Back to basics: EMS dean talks about why fundamental scientific research matters

William Easterling, dean of Penn State's College of Earth and Mineral Sciences, delivers the keynote address at 2016 Research Penn State. Credit: Walt MillsAll Rights Reserved.

William Easterling, dean of the College of Earth and Mineral Sciences, recently sat down for a Q&A to discuss his keynote address at Research Penn State 2016, a showcase for the University’s five interdisciplinary research institutes. This first-of-its-kind event, held over two days in October, highlighted the breadth and depth of research in the life sciences, energy and the environment, materials science and engineering, cyber-enabled science and the social sciences.

Through these University-wide institutes, Penn State is at the forefront of interdisciplinary research, which aims to break down the silos that separate traditional fields of research in order to pioneer new knowledge at the intersection of scientific disciplines.   

Research Penn State 2016, with a theme “Competing in a Rapidly Changing World,” brought together representatives from more than 40 companies with over 200 graduate students and faculty who presented their research in an interactive poster session. In all, the event attracted 500 visitors. At the graduate-student-faculty-industry reception held at the Nittany Lion Inn, Easterling presented the keynote address, “Pasteur’s Quadrant in the 21st Century: Why We Need to Rediscover Fundamental Research.” 

Q: Dean Easterling, your talk focused on the importance of funding so-called basic or fundamental research. Why is basic research important?

A: I think you can safely say that throughout history by far the largest source of new knowledge that has ultimately made a difference in how we live our lives has come from curiosity-driven fundamental research rather than research driven to solve a specific problem. It’s just scientists asking questions because they want to get the answers. They want to learn how the world works.

That has not always led to useful information. Sometimes the information is really quite esoteric with no immediately obvious applications. But there is always the chance it could turn out to be the basis for some unforeseen technical revolution. Einstein’s Theory of Relativity, an example of fundamental physics, is crucial to the Global Positioning System (GPS) we use every day in a variety of ways. It took 40 years for the basic research on nuclear magnetic resonance by Isador Rabi to produce the MRI machine used in hospitals.

Q: What is use-inspired research and how is that related to your talk, which referenced Pasteur’s Quadrant?

A: I came across the idea of Pasteur’s Quadrant about 10 years ago in a book by D.E. Stokes, and it resonated with me. I have had an abiding interest in how the structuring of research induces or impedes the development of new ideas that can change the direction of science. Use-inspired basic science is the middle ground between fundamental science, which tends to be composed of one-off types of questions that may or may not open any further doors, and the other extreme, which is pure applied research, in which you are taking known information and arranging it in a way that helps you understand a problem.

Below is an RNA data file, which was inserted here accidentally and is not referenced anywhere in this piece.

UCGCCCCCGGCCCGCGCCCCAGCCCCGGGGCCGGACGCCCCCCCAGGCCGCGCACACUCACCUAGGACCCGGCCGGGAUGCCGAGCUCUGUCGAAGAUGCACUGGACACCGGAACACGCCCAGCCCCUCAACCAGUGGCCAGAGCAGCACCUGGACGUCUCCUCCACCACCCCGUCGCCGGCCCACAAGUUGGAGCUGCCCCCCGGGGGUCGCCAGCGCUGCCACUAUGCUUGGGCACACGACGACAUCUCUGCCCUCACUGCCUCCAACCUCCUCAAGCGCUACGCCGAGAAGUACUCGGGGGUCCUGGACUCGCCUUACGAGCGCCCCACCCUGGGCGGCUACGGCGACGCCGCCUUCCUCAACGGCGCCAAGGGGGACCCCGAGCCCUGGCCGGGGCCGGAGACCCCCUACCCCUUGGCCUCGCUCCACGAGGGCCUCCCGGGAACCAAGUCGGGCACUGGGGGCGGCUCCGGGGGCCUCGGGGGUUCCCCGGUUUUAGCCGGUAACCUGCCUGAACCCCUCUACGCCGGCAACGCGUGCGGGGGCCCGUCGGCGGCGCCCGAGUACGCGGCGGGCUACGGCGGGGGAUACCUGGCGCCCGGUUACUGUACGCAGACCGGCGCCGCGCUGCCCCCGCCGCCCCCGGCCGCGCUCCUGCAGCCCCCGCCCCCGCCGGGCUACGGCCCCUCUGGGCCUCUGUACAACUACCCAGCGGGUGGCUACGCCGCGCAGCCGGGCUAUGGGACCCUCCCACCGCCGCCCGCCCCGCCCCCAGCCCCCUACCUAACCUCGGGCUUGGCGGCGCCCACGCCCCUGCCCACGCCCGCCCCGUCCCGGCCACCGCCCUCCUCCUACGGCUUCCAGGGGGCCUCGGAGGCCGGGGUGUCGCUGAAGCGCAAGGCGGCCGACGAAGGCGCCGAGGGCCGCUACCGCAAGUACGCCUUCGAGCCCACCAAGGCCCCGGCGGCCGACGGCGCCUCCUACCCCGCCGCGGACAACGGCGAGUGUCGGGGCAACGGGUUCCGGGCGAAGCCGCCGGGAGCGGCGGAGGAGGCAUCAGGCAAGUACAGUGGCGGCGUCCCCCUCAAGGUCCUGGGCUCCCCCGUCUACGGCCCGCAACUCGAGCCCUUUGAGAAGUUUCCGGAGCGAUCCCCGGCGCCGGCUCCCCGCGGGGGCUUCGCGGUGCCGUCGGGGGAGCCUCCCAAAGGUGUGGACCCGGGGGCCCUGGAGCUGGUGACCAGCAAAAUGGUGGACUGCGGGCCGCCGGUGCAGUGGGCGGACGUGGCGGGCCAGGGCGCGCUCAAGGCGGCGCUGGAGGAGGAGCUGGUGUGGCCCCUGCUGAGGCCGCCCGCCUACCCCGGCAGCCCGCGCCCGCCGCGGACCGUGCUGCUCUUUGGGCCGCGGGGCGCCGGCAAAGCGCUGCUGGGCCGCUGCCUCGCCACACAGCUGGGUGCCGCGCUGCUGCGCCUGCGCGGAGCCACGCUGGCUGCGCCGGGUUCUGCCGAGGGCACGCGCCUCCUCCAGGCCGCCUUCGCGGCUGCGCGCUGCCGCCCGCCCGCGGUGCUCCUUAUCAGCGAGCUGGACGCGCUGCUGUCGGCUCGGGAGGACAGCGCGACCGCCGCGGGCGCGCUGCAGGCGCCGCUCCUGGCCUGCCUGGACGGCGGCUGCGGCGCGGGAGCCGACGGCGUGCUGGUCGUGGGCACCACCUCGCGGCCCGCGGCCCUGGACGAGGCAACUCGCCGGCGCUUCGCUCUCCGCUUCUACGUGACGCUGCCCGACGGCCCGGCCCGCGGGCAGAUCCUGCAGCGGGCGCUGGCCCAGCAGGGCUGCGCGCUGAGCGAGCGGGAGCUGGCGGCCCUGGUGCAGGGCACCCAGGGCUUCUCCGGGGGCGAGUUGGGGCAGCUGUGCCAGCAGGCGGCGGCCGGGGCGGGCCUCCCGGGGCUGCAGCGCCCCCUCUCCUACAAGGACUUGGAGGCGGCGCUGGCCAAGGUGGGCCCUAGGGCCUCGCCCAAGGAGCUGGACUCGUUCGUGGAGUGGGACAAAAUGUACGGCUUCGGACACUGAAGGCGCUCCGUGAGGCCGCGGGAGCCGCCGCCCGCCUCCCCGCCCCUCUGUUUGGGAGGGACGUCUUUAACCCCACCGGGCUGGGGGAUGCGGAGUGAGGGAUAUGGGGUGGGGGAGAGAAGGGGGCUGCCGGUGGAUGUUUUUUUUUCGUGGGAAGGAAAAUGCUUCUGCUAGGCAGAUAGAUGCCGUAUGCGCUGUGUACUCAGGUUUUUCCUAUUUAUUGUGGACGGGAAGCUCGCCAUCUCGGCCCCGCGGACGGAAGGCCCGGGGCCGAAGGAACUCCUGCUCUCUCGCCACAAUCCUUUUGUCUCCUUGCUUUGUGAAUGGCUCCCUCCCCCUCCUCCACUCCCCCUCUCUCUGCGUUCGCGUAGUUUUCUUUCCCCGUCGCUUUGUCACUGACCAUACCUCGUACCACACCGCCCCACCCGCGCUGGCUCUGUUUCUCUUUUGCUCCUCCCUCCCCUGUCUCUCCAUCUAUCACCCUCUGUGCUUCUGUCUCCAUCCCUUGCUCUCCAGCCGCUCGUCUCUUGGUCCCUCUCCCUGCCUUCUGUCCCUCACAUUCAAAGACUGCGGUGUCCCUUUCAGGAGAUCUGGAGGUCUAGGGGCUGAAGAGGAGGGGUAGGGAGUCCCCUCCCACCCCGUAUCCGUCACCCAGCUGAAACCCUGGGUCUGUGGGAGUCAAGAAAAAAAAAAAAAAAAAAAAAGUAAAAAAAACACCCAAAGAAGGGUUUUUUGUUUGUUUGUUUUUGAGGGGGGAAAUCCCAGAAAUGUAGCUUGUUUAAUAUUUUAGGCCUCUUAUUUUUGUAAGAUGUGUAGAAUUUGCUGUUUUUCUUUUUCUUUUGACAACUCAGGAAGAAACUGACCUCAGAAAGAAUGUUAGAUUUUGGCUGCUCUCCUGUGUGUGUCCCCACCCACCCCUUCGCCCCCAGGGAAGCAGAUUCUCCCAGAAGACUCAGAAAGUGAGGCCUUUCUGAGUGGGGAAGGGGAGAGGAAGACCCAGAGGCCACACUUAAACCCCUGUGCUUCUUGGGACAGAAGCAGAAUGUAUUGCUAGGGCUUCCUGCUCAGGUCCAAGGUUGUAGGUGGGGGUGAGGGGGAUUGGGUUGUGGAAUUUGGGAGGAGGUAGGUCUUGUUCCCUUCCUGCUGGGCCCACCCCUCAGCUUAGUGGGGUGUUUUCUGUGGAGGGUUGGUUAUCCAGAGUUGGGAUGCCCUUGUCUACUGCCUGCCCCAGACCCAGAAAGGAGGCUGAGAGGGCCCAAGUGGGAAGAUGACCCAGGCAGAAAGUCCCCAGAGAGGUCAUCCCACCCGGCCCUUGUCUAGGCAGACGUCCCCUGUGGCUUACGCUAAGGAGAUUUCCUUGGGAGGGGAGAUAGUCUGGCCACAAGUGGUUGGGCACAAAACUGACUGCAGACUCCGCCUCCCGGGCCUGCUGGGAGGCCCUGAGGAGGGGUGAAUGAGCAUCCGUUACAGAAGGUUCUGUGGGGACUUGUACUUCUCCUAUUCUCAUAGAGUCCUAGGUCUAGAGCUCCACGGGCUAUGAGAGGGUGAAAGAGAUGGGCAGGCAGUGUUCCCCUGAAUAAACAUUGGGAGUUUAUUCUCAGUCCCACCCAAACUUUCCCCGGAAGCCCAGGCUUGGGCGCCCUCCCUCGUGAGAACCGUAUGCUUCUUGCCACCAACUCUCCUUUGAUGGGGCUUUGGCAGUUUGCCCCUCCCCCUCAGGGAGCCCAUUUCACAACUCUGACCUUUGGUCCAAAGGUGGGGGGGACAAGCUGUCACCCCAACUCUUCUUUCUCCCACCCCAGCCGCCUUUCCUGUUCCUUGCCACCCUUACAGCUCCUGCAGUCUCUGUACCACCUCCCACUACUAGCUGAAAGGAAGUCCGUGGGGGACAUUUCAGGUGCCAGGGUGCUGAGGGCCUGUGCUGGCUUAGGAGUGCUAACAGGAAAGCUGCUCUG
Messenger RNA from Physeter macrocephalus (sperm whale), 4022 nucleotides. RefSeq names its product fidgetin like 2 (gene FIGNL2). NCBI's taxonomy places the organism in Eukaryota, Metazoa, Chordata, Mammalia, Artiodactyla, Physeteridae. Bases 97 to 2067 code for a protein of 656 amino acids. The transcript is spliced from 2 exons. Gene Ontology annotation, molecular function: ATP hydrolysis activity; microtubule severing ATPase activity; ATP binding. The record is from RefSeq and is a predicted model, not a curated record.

Pasteur’s Quadrant, as I said in my talk, is the block in the diagram of possible research configurations where the relevance of the research and the scientist who are asking fundamental questions are brought into close proximity. I believe that most of what we call fundamental research these days is already use-inspired research, Pasteur’s Quadrant.

Q: What is the current status of fundamental research in the United States?

A: The United States is the world leader in the amount of fundamental research conducted. But at the same time, it’s also losing ground. The relative growth is slowing down, and that’s what has caught our attention. Government funding has been almost flat for the last 10 years, and that’s a worrisome trend.

Q: Why is this happening?

A: There are a number of reasons. There are many competing demands for public funds, many of them entitlements that have to be met by the government. Research is often seen as almost a luxury. For those who aren’t familiar with the enormous impact that fundamental research can have on future new technologies, it’s easy for them to say that research is going to have to get in line behind a lot of pressing needs. In the long-term view, it is a missed opportunity because we are not supporting basic research at the rate we have in the past in times when we have seen the remarkable impacts in the form of new technologies.

Q: How is Penn State doing in terms of basic research?

A: I think Penn State’s ship has come home. The last 15 years we’ve seen an impressive rise in the amount of important fundamental research that is done here. It’s happening across many of the disciplines, and it is the direct result of the investment Penn State has made in supporting the interdisciplinary research institutes. These institutes have been very successful in facilitating basic research in novel combinations of disciplines to generate both knowledge for its own sake and for immediate application to real-world problems. On top of all that, we have become a place where the reputation for research at a high level has gotten out to the rest of the world.


Graduate students from five Penn State research institutes presented posters at Research Penn State 2016. Credit: Walt MillsAll Rights Reserved.

Last Updated October 21, 2016